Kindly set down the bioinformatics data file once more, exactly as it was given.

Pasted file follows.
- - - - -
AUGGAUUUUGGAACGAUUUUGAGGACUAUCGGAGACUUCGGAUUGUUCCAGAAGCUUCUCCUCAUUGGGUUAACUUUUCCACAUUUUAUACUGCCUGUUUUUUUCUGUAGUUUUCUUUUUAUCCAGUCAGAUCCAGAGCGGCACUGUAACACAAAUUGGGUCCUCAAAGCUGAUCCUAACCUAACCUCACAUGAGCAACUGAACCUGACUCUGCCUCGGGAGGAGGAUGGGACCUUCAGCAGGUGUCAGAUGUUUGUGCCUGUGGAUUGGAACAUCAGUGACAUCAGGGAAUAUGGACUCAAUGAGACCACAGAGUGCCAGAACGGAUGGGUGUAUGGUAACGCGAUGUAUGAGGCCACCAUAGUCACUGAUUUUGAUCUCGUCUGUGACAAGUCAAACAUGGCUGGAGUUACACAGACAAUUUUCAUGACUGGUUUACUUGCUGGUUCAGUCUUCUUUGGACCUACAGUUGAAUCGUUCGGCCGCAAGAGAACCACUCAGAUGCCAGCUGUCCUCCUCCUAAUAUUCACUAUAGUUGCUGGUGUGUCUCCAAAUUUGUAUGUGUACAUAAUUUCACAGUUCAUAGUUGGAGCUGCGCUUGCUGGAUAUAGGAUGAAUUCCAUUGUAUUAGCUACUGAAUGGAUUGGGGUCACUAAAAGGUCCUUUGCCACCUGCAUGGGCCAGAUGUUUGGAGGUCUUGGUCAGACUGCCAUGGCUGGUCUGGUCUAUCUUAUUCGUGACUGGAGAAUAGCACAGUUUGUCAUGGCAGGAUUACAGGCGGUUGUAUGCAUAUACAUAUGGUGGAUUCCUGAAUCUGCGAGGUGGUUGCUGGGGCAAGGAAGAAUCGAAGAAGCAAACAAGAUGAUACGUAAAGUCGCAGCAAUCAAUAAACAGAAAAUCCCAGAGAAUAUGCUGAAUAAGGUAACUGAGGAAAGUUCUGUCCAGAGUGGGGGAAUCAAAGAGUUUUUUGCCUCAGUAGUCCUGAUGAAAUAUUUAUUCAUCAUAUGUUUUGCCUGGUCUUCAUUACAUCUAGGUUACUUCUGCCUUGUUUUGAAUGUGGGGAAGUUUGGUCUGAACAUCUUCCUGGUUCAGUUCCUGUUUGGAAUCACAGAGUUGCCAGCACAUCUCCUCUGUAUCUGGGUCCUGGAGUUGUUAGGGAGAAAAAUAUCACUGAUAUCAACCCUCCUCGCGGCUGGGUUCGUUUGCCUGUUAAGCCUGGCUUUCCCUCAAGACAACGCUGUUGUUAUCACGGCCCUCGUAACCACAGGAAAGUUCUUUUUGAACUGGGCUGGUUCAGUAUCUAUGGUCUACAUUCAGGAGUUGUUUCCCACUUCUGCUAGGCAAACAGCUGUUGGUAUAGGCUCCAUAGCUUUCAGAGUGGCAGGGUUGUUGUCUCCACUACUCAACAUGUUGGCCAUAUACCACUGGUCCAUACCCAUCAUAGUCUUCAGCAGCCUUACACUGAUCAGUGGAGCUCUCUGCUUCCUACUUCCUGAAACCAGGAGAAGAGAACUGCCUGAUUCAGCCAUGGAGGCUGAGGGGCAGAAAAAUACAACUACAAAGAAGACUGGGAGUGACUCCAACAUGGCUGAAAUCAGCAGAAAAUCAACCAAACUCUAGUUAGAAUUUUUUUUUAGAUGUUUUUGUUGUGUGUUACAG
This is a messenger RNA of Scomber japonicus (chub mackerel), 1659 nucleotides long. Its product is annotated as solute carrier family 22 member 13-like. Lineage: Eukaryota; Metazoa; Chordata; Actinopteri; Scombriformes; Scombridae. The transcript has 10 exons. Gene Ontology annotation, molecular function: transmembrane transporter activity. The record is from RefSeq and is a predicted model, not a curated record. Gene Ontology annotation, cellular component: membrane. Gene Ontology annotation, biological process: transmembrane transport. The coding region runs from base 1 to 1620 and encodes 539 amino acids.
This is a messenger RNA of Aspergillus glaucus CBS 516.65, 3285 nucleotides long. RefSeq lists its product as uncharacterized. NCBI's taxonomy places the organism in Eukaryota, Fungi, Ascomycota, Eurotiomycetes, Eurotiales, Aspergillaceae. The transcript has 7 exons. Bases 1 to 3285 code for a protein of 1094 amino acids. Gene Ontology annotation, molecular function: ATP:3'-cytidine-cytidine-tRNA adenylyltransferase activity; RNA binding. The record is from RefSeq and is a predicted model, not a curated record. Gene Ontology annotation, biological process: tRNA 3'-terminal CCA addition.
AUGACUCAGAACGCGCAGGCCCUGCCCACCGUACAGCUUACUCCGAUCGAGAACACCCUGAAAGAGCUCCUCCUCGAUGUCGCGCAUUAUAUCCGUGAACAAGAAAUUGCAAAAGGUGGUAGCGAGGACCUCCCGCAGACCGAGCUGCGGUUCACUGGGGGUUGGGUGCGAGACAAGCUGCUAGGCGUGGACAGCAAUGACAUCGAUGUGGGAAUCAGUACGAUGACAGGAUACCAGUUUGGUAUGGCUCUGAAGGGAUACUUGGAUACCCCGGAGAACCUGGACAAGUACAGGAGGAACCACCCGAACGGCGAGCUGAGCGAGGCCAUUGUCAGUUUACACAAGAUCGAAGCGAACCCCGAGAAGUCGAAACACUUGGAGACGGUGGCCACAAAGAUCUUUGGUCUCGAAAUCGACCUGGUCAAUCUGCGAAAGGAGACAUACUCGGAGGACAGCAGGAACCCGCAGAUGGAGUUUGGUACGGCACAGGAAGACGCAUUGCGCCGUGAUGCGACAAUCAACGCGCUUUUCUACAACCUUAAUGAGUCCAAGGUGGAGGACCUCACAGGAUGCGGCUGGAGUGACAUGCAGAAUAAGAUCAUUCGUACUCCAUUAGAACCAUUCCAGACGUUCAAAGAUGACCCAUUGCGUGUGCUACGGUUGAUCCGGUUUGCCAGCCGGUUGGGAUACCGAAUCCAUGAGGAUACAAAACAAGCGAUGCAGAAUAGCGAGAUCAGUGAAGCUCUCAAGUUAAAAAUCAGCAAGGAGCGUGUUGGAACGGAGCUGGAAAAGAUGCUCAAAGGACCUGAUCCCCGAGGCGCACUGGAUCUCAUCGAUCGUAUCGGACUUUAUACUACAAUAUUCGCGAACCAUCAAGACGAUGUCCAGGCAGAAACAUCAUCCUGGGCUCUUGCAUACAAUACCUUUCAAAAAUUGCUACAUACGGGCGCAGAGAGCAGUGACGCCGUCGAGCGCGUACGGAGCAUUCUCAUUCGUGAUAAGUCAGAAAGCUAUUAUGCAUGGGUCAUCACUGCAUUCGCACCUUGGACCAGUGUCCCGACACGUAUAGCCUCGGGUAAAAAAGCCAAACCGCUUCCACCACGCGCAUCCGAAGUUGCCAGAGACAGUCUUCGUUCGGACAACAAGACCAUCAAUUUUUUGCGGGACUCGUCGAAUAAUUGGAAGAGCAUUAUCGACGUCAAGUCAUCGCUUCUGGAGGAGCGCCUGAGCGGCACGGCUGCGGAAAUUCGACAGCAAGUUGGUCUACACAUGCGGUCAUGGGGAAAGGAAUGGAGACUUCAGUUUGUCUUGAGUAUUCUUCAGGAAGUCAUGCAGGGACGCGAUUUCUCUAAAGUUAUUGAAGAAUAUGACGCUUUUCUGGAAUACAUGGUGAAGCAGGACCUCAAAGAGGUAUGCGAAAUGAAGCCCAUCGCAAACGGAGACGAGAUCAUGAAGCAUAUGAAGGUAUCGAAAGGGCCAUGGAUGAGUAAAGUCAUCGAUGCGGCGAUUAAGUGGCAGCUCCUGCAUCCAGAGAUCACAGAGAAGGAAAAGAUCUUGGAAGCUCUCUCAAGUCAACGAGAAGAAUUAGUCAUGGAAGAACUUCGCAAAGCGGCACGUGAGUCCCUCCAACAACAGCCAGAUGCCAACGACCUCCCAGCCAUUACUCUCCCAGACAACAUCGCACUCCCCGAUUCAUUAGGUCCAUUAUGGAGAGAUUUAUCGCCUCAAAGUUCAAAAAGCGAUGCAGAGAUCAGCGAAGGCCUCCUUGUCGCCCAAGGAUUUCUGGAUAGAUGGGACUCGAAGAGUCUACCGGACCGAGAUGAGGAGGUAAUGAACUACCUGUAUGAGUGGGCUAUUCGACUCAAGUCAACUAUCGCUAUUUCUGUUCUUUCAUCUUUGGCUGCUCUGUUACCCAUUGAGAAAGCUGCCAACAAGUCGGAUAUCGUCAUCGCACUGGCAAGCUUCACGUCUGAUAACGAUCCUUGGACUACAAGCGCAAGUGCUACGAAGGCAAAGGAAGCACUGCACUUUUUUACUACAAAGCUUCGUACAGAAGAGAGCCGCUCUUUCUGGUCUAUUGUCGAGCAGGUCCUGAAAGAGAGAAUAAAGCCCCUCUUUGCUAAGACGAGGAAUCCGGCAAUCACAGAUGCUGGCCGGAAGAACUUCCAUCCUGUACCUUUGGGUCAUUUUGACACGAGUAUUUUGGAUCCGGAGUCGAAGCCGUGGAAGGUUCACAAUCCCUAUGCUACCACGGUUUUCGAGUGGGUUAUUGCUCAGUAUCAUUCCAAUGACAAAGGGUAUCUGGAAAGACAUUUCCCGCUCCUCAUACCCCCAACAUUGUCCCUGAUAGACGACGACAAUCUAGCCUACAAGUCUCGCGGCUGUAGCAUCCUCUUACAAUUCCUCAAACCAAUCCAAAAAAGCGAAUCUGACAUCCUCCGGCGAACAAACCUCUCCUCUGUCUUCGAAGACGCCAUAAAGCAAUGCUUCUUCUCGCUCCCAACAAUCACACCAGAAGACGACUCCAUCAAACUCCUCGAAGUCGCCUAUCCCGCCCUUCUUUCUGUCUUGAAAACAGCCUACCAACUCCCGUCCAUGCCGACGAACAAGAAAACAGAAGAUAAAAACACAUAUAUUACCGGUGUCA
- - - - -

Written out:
AUGGAUUUUGGAACGAUUUUGAGGACUAUCGGAGACUUCGGAUUGUUCCAGAAGCUUCUCCUCAUUGGGUUAACUUUUCCACAUUUUAUACUGCCUGUUUUUUUCUGUAGUUUUCUUUUUAUCCAGUCAGAUCCAGAGCGGCACUGUAACACAAAUUGGGUCCUCAAAGCUGAUCCUAACCUAACCUCACAUGAGCAACUGAACCUGACUCUGCCUCGGGAGGAGGAUGGGACCUUCAGCAGGUGUCAGAUGUUUGUGCCUGUGGAUUGGAACAUCAGUGACAUCAGGGAAUAUGGACUCAAUGAGACCACAGAGUGCCAGAACGGAUGGGUGUAUGGUAACGCGAUGUAUGAGGCCACCAUAGUCACUGAUUUUGAUCUCGUCUGUGACAAGUCAAACAUGGCUGGAGUUACACAGACAAUUUUCAUGACUGGUUUACUUGCUGGUUCAGUCUUCUUUGGACCUACAGUUGAAUCGUUCGGCCGCAAGAGAACCACUCAGAUGCCAGCUGUCCUCCUCCUAAUAUUCACUAUAGUUGCUGGUGUGUCUCCAAAUUUGUAUGUGUACAUAAUUUCACAGUUCAUAGUUGGAGCUGCGCUUGCUGGAUAUAGGAUGAAUUCCAUUGUAUUAGCUACUGAAUGGAUUGGGGUCACUAAAAGGUCCUUUGCCACCUGCAUGGGCCAGAUGUUUGGAGGUCUUGGUCAGACUGCCAUGGCUGGUCUGGUCUAUCUUAUUCGUGACUGGAGAAUAGCACAGUUUGUCAUGGCAGGAUUACAGGCGGUUGUAUGCAUAUACAUAUGGUGGAUUCCUGAAUCUGCGAGGUGGUUGCUGGGGCAAGGAAGAAUCGAAGAAGCAAACAAGAUGAUACGUAAAGUCGCAGCAAUCAAUAAACAGAAAAUCCCAGAGAAUAUGCUGAAUAAGGUAACUGAGGAAAGUUCUGUCCAGAGUGGGGGAAUCAAAGAGUUUUUUGCCUCAGUAGUCCUGAUGAAAUAUUUAUUCAUCAUAUGUUUUGCCUGGUCUUCAUUACAUCUAGGUUACUUCUGCCUUGUUUUGAAUGUGGGGAAGUUUGGUCUGAACAUCUUCCUGGUUCAGUUCCUGUUUGGAAUCACAGAGUUGCCAGCACAUCUCCUCUGUAUCUGGGUCCUGGAGUUGUUAGGGAGAAAAAUAUCACUGAUAUCAACCCUCCUCGCGGCUGGGUUCGUUUGCCUGUUAAGCCUGGCUUUCCCUCAAGACAACGCUGUUGUUAUCACGGCCCUCGUAACCACAGGAAAGUUCUUUUUGAACUGGGCUGGUUCAGUAUCUAUGGUCUACAUUCAGGAGUUGUUUCCCACUUCUGCUAGGCAAACAGCUGUUGGUAUAGGCUCCAUAGCUUUCAGAGUGGCAGGGUUGUUGUCUCCACUACUCAACAUGUUGGCCAUAUACCACUGGUCCAUACCCAUCAUAGUCUUCAGCAGCCUUACACUGAUCAGUGGAGCUCUCUGCUUCCUACUUCCUGAAACCAGGAGAAGAGAACUGCCUGAUUCAGCCAUGGAGGCUGAGGGGCAGAAAAAUACAACUACAAAGAAGACUGGGAGUGACUCCAACAUGGCUGAAAUCAGCAGAAAAUCAACCAAACUCUAGUUAGAAUUUUUUUUUAGAUGUUUUUGUUGUGUGUUACAG
This is a messenger RNA of Scomber japonicus (chub mackerel), 1659 nucleotides long. Its product is annotated as solute carrier family 22 member 13-like. Lineage: Eukaryota; Metazoa; Chordata; Actinopteri; Scombriformes; Scombridae. The transcript has 10 exons. Gene Ontology annotation, molecular function: transmembrane transporter activity. The record is from RefSeq and is a predicted model, not a curated record. Gene Ontology annotation, cellular component: membrane. Gene Ontology annotation, biological process: transmembrane transport. The coding region runs from base 1 to 1620 and encodes 539 amino acids.
This is a messenger RNA of Aspergillus glaucus CBS 516.65, 3285 nucleotides long. RefSeq lists its product as uncharacterized. NCBI's taxonomy places the organism in Eukaryota, Fungi, Ascomycota, Eurotiomycetes, Eurotiales, Aspergillaceae. The transcript has 7 exons. Bases 1 to 3285 code for a protein of 1094 amino acids. Gene Ontology annotation, molecular function: ATP:3'-cytidine-cytidine-tRNA adenylyltransferase activity; RNA binding. The record is from RefSeq and is a predicted model, not a curated record. Gene Ontology annotation, biological process: tRNA 3'-terminal CCA addition.
AUGACUCAGAACGCGCAGGCCCUGCCCACCGUACAGCUUACUCCGAUCGAGAACACCCUGAAAGAGCUCCUCCUCGAUGUCGCGCAUUAUAUCCGUGAACAAGAAAUUGCAAAAGGUGGUAGCGAGGACCUCCCGCAGACCGAGCUGCGGUUCACUGGGGGUUGGGUGCGAGACAAGCUGCUAGGCGUGGACAGCAAUGACAUCGAUGUGGGAAUCAGUACGAUGACAGGAUACCAGUUUGGUAUGGCUCUGAAGGGAUACUUGGAUACCCCGGAGAACCUGGACAAGUACAGGAGGAACCACCCGAACGGCGAGCUGAGCGAGGCCAUUGUCAGUUUACACAAGAUCGAAGCGAACCCCGAGAAGUCGAAACACUUGGAGACGGUGGCCACAAAGAUCUUUGGUCUCGAAAUCGACCUGGUCAAUCUGCGAAAGGAGACAUACUCGGAGGACAGCAGGAACCCGCAGAUGGAGUUUGGUACGGCACAGGAAGACGCAUUGCGCCGUGAUGCGACAAUCAACGCGCUUUUCUACAACCUUAAUGAGUCCAAGGUGGAGGACCUCACAGGAUGCGGCUGGAGUGACAUGCAGAAUAAGAUCAUUCGUACUCCAUUAGAACCAUUCCAGACGUUCAAAGAUGACCCAUUGCGUGUGCUACGGUUGAUCCGGUUUGCCAGCCGGUUGGGAUACCGAAUCCAUGAGGAUACAAAACAAGCGAUGCAGAAUAGCGAGAUCAGUGAAGCUCUCAAGUUAAAAAUCAGCAAGGAGCGUGUUGGAACGGAGCUGGAAAAGAUGCUCAAAGGACCUGAUCCCCGAGGCGCACUGGAUCUCAUCGAUCGUAUCGGACUUUAUACUACAAUAUUCGCGAACCAUCAAGACGAUGUCCAGGCAGAAACAUCAUCCUGGGCUCUUGCAUACAAUACCUUUCAAAAAUUGCUACAUACGGGCGCAGAGAGCAGUGACGCCGUCGAGCGCGUACGGAGCAUUCUCAUUCGUGAUAAGUCAGAAAGCUAUUAUGCAUGGGUCAUCACUGCAUUCGCACCUUGGACCAGUGUCCCGACACGUAUAGCCUCGGGUAAAAAAGCCAAACCGCUUCCACCACGCGCAUCCGAAGUUGCCAGAGACAGUCUUCGUUCGGACAACAAGACCAUCAAUUUUUUGCGGGACUCGUCGAAUAAUUGGAAGAGCAUUAUCGACGUCAAGUCAUCGCUUCUGGAGGAGCGCCUGAGCGGCACGGCUGCGGAAAUUCGACAGCAAGUUGGUCUACACAUGCGGUCAUGGGGAAAGGAAUGGAGACUUCAGUUUGUCUUGAGUAUUCUUCAGGAAGUCAUGCAGGGACGCGAUUUCUCUAAAGUUAUUGAAGAAUAUGACGCUUUUCUGGAAUACAUGGUGAAGCAGGACCUCAAAGAGGUAUGCGAAAUGAAGCCCAUCGCAAACGGAGACGAGAUCAUGAAGCAUAUGAAGGUAUCGAAAGGGCCAUGGAUGAGUAAAGUCAUCGAUGCGGCGAUUAAGUGGCAGCUCCUGCAUCCAGAGAUCACAGAGAAGGAAAAGAUCUUGGAAGCUCUCUCAAGUCAACGAGAAGAAUUAGUCAUGGAAGAACUUCGCAAAGCGGCACGUGAGUCCCUCCAACAACAGCCAGAUGCCAACGACCUCCCAGCCAUUACUCUCCCAGACAACAUCGCACUCCCCGAUUCAUUAGGUCCAUUAUGGAGAGAUUUAUCGCCUCAAAGUUCAAAAAGCGAUGCAGAGAUCAGCGAAGGCCUCCUUGUCGCCCAAGGAUUUCUGGAUAGAUGGGACUCGAAGAGUCUACCGGACCGAGAUGAGGAGGUAAUGAACUACCUGUAUGAGUGGGCUAUUCGACUCAAGUCAACUAUCGCUAUUUCUGUUCUUUCAUCUUUGGCUGCUCUGUUACCCAUUGAGAAAGCUGCCAACAAGUCGGAUAUCGUCAUCGCACUGGCAAGCUUCACGUCUGAUAACGAUCCUUGGACUACAAGCGCAAGUGCUACGAAGGCAAAGGAAGCACUGCACUUUUUUACUACAAAGCUUCGUACAGAAGAGAGCCGCUCUUUCUGGUCUAUUGUCGAGCAGGUCCUGAAAGAGAGAAUAAAGCCCCUCUUUGCUAAGACGAGGAAUCCGGCAAUCACAGAUGCUGGCCGGAAGAACUUCCAUCCUGUACCUUUGGGUCAUUUUGACACGAGUAUUUUGGAUCCGGAGUCGAAGCCGUGGAAGGUUCACAAUCCCUAUGCUACCACGGUUUUCGAGUGGGUUAUUGCUCAGUAUCAUUCCAAUGACAAAGGGUAUCUGGAAAGACAUUUCCCGCUCCUCAUACCCCCAACAUUGUCCCUGAUAGACGACGACAAUCUAGCCUACAAGUCUCGCGGCUGUAGCAUCCUCUUACAAUUCCUCAAACCAAUCCAAAAAAGCGAAUCUGACAUCCUCCGGCGAACAAACCUCUCCUCUGUCUUCGAAGACGCCAUAAAGCAAUGCUUCUUCUCGCUCCCAACAAUCACACCAGAAGACGACUCCAUCAAACUCCUCGAAGUCGCCUAUCCCGCCCUUCUUUCUGUCUUGAAAACAGCCUACCAACUCCCGUCCAUGCCGACGAACAAGAAAACAGAAGAUAAAAACACAUAUAUUACCGGUGUCA